Friday, June 14, 2013

11th Sunday of Year C (Gospel: Luke 7:36 – 8:3) Sin and God’s mercy

In today’s first reading and Gospel we have two powerful accounts of sin and forgiveness.  The first reading gives us a summary of the story of David’s sin with Bathsheba.  David committed adultery and then committed murder to cover his tracks.  What happened was this: At the height of his power king David was walking on the roof of his palace one evening when he saw a beautiful woman in a nearby garden taking a bath.  He asked who she was and he was told that her name was Bathsheba and she was the wife of Uriah the Hittite.  In other words, she was married.  But David was a powerful king and used to getting what he wanted, so he demanded that she be brought to him and he slept with her.  Some time later Bathsheba sends him a message to say that she is pregnant.  Now David begins to panic because he realises he is going to be found out.  So he sends for her husband Uriah who is away fighting one of David’s wars.

When Uriah arrives David invites him for dinner and asks him how the war is going and how the men are doing, etc.  Then he dismisses him for the evening and tells him to spend the night at home with his wife.  But Uriah doesn’t go home and instead remains at the palace.  Maybe he was suspicious.

The following day when David hears that Uriah didn’t go home he asks him why he didn’t and he invites him to dinner again that night.  This time David makes sure that Uriah has plenty to drink and then tells him again to go home for the night and that he will send him back to the battle the next day.  But again Uriah does not go home.

The next day when David realises that Uriah didn’t go home, he writes a letter to Uriah’s commanding officer and tells him to put Uriah at the front of the fighting and then pull back so that he is killed.  So Uriah returns to battle not realising that he is carrying his own death warrant and he is killed in battle.  Now David seems to be safe.

However, because God loves David, and that’s the important thing, God doesn’t let David away with this.  So God sends the prophet Nathan to David who tells him this story.  Nathan says that there was once a very rich man who lived in a town.  He had all he could want, thousands of animals and servants, etc.  There was also a poor man who lived in the same town who had just one little lamb.  And he loved the lamb like one of his family.  One day the rich man had a guest, but instead of taking one of his own animals for the banquet, he took the poor man’s lamb and had it killed for the feast.  When king David heard this he jumped up and said, ‘The man who has done this thing deserves to die!’  And the prophet Nathan says to him, ‘You are the man!’

Now king David is considered one of the greatest kings of ancient Israel and one of the reasons why is because of what he does next.  When Nathan says, ‘You are the man’, David says, ‘I have sinned against the Lord.’  David could have had Nathan killed as well, but he realises he has done wrong and he repents.  That is why David is a great example.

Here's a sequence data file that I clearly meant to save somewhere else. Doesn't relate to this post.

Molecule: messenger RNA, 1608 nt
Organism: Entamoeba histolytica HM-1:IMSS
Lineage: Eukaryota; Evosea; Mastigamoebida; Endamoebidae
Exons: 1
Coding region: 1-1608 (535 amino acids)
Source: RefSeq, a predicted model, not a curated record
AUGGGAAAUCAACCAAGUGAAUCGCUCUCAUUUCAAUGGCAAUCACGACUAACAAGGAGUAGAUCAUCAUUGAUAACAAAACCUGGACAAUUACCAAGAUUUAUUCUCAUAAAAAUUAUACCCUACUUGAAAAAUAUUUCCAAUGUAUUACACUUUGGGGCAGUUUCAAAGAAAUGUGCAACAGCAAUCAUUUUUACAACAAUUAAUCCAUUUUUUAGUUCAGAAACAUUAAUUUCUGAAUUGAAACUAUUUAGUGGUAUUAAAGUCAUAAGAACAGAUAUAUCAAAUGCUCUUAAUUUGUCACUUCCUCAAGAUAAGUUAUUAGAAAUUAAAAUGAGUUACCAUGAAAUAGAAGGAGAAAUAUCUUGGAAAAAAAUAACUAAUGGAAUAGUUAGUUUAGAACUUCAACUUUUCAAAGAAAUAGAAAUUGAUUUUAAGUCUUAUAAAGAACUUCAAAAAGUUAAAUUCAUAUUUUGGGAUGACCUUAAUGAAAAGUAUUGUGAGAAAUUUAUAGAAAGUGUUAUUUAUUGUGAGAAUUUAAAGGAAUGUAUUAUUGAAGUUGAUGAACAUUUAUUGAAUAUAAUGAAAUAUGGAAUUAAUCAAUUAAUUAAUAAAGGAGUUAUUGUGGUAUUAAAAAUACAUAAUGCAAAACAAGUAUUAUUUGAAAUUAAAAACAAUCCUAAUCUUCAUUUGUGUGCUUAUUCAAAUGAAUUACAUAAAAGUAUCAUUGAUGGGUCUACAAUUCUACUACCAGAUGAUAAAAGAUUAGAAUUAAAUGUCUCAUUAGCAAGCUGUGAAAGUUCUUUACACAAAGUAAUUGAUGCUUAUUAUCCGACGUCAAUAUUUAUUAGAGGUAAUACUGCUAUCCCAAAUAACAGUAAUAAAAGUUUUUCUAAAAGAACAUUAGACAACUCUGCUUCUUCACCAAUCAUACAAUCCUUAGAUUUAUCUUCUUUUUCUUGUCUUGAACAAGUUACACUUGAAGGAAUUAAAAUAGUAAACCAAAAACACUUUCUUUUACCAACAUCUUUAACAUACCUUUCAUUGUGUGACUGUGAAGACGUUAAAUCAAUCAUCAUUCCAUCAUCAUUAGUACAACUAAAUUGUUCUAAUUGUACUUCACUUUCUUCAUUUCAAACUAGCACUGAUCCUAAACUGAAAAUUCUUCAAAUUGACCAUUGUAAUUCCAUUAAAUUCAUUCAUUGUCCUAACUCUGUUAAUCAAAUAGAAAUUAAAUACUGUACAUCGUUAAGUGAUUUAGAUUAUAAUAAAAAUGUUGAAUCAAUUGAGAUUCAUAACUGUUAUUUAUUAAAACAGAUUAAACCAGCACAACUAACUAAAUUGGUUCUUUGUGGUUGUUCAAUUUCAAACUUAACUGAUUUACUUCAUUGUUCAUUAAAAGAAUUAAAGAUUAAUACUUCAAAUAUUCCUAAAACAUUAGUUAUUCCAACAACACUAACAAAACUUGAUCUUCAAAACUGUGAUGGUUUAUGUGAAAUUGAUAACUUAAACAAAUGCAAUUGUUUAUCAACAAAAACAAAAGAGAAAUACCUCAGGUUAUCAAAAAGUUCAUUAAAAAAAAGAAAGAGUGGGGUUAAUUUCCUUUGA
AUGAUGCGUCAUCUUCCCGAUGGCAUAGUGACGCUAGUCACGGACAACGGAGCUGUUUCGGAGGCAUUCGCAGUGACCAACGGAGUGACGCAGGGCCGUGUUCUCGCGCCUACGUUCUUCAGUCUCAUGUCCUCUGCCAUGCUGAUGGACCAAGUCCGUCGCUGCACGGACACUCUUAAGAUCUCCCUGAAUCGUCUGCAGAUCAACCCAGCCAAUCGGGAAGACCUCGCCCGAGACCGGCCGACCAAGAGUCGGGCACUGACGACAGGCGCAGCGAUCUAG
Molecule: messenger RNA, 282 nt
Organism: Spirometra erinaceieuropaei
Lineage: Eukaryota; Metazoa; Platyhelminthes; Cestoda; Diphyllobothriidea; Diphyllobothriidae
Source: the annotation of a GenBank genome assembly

What the Lord is teaching us through all of this is that God is not worried about the sin, so long as we come back and ask forgiveness.  I don’t mean by that that the sins don’t matter.  Sin is sin, but what is more important is that we come back and repent, because the Lord's forgiveness is waiting for us.

As you know well, we will never be short of sins to repent of, because as long as people are people we will have sin.  We want to live one way, but we fall in spite of our best intentions.  That doesn’t really matter so long as we come back to the Lord and ask forgiveness.

All the accounts of Jesus’ dealing with sinners in the Gospel are beautiful.  There is no condemnation, only compassion and mercy.  We see it in today’s Gospel too.  The Pharisee who invited Jesus was concerned about show and what looked good and he was embarrassed when the woman came into his house and caused a scene by weeping at the feet of Jesus.  But Jesus’ response was to show her total love and compassion because he knew she was asking for forgiveness.  He had no interest in the etiquette side of things.  He didn’t care if he looked good before the Pharisee or not.  Instead he pointed out that the woman’s love was what got God’s response.

Jesus is saying the same thing to us: ‘I have no interest in your sins, only that you keep coming back to me and when you do come back, don’t be afraid.’

One final point.  After David had killed Uriah he then took Bathsheba to be his wife.  The child that was born died, but the next child born to them was king Solomon, the great peace-making king and the one who was to build the temple in Jerusalem.  God can bring great good out of the mistakes that we make.  Not only does God forgive us, but He enables us to begin again.  With this in mind, let us never be afraid even when we fall into sin.

1 comment:

  1. Excellent! Straight to the heart of the matter.